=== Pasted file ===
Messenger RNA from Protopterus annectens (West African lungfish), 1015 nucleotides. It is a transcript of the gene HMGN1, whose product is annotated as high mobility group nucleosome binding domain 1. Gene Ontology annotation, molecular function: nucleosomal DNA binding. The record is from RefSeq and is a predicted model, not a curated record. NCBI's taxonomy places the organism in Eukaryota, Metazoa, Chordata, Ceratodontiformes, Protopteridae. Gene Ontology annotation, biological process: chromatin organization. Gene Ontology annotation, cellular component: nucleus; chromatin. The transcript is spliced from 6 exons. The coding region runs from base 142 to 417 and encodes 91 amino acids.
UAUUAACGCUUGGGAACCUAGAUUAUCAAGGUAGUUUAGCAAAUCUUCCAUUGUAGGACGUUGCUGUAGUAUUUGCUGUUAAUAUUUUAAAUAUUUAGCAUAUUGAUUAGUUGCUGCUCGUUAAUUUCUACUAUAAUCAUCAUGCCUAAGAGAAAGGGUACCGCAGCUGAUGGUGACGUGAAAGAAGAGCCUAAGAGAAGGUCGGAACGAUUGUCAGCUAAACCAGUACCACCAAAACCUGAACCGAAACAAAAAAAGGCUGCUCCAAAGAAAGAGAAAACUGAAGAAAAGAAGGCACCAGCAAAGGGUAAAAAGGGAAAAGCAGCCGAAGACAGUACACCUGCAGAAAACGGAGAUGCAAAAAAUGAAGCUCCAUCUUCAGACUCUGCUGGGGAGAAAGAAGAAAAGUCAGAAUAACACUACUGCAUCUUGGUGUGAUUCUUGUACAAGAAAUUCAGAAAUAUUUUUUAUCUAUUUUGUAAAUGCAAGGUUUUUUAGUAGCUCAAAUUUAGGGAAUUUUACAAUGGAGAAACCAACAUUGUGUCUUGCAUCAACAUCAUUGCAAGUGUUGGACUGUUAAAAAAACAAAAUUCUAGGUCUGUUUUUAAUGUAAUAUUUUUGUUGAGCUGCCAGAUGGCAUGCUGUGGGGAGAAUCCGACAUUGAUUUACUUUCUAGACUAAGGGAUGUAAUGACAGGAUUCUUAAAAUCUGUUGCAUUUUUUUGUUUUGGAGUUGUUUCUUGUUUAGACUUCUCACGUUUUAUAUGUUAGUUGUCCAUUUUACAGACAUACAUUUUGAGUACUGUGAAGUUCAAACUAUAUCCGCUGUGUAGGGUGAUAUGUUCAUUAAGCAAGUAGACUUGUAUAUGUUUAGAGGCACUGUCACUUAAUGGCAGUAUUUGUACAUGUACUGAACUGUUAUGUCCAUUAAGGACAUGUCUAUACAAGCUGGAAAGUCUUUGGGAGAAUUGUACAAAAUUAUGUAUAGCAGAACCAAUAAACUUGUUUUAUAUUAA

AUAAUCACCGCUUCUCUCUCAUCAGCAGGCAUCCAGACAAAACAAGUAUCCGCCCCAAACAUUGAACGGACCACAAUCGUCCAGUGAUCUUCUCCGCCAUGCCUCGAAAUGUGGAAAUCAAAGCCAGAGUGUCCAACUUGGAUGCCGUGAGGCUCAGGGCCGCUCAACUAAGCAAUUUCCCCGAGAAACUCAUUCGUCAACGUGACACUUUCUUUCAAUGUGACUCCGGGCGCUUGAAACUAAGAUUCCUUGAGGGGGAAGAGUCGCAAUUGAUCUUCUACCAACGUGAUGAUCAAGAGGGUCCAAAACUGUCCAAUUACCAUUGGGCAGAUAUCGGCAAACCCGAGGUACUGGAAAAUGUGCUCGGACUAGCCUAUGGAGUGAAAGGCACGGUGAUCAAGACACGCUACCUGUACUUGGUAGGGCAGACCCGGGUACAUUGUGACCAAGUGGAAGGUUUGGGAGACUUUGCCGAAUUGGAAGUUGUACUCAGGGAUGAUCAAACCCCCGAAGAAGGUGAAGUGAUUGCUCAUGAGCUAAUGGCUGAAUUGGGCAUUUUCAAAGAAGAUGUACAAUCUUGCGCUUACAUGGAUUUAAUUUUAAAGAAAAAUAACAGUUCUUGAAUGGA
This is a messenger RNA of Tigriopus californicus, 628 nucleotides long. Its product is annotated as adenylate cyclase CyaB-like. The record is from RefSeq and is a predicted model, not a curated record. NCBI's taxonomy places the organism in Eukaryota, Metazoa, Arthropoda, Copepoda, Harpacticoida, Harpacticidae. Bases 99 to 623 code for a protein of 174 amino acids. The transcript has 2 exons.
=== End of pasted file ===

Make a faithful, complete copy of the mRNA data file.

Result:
Messenger RNA from Protopterus annectens (West African lungfish), 1015 nucleotides. It is a transcript of the gene HMGN1, whose product is annotated as high mobility group nucleosome binding domain 1. Gene Ontology annotation, molecular function: nucleosomal DNA binding. The record is from RefSeq and is a predicted model, not a curated record. NCBI's taxonomy places the organism in Eukaryota, Metazoa, Chordata, Ceratodontiformes, Protopteridae. Gene Ontology annotation, biological process: chromatin organization. Gene Ontology annotation, cellular component: nucleus; chromatin. The transcript is spliced from 6 exons. The coding region runs from base 142 to 417 and encodes 91 amino acids.
UAUUAACGCUUGGGAACCUAGAUUAUCAAGGUAGUUUAGCAAAUCUUCCAUUGUAGGACGUUGCUGUAGUAUUUGCUGUUAAUAUUUUAAAUAUUUAGCAUAUUGAUUAGUUGCUGCUCGUUAAUUUCUACUAUAAUCAUCAUGCCUAAGAGAAAGGGUACCGCAGCUGAUGGUGACGUGAAAGAAGAGCCUAAGAGAAGGUCGGAACGAUUGUCAGCUAAACCAGUACCACCAAAACCUGAACCGAAACAAAAAAAGGCUGCUCCAAAGAAAGAGAAAACUGAAGAAAAGAAGGCACCAGCAAAGGGUAAAAAGGGAAAAGCAGCCGAAGACAGUACACCUGCAGAAAACGGAGAUGCAAAAAAUGAAGCUCCAUCUUCAGACUCUGCUGGGGAGAAAGAAGAAAAGUCAGAAUAACACUACUGCAUCUUGGUGUGAUUCUUGUACAAGAAAUUCAGAAAUAUUUUUUAUCUAUUUUGUAAAUGCAAGGUUUUUUAGUAGCUCAAAUUUAGGGAAUUUUACAAUGGAGAAACCAACAUUGUGUCUUGCAUCAACAUCAUUGCAAGUGUUGGACUGUUAAAAAAACAAAAUUCUAGGUCUGUUUUUAAUGUAAUAUUUUUGUUGAGCUGCCAGAUGGCAUGCUGUGGGGAGAAUCCGACAUUGAUUUACUUUCUAGACUAAGGGAUGUAAUGACAGGAUUCUUAAAAUCUGUUGCAUUUUUUUGUUUUGGAGUUGUUUCUUGUUUAGACUUCUCACGUUUUAUAUGUUAGUUGUCCAUUUUACAGACAUACAUUUUGAGUACUGUGAAGUUCAAACUAUAUCCGCUGUGUAGGGUGAUAUGUUCAUUAAGCAAGUAGACUUGUAUAUGUUUAGAGGCACUGUCACUUAAUGGCAGUAUUUGUACAUGUACUGAACUGUUAUGUCCAUUAAGGACAUGUCUAUACAAGCUGGAAAGUCUUUGGGAGAAUUGUACAAAAUUAUGUAUAGCAGAACCAAUAAACUUGUUUUAUAUUAA

AUAAUCACCGCUUCUCUCUCAUCAGCAGGCAUCCAGACAAAACAAGUAUCCGCCCCAAACAUUGAACGGACCACAAUCGUCCAGUGAUCUUCUCCGCCAUGCCUCGAAAUGUGGAAAUCAAAGCCAGAGUGUCCAACUUGGAUGCCGUGAGGCUCAGGGCCGCUCAACUAAGCAAUUUCCCCGAGAAACUCAUUCGUCAACGUGACACUUUCUUUCAAUGUGACUCCGGGCGCUUGAAACUAAGAUUCCUUGAGGGGGAAGAGUCGCAAUUGAUCUUCUACCAACGUGAUGAUCAAGAGGGUCCAAAACUGUCCAAUUACCAUUGGGCAGAUAUCGGCAAACCCGAGGUACUGGAAAAUGUGCUCGGACUAGCCUAUGGAGUGAAAGGCACGGUGAUCAAGACACGCUACCUGUACUUGGUAGGGCAGACCCGGGUACAUUGUGACCAAGUGGAAGGUUUGGGAGACUUUGCCGAAUUGGAAGUUGUACUCAGGGAUGAUCAAACCCCCGAAGAAGGUGAAGUGAUUGCUCAUGAGCUAAUGGCUGAAUUGGGCAUUUUCAAAGAAGAUGUACAAUCUUGCGCUUACAUGGAUUUAAUUUUAAAGAAAAAUAACAGUUCUUGAAUGGA
This is a messenger RNA of Tigriopus californicus, 628 nucleotides long. Its product is annotated as adenylate cyclase CyaB-like. The record is from RefSeq and is a predicted model, not a curated record. NCBI's taxonomy places the organism in Eukaryota, Metazoa, Arthropoda, Copepoda, Harpacticoida, Harpacticidae. Bases 99 to 623 code for a protein of 174 amino acids. The transcript has 2 exons.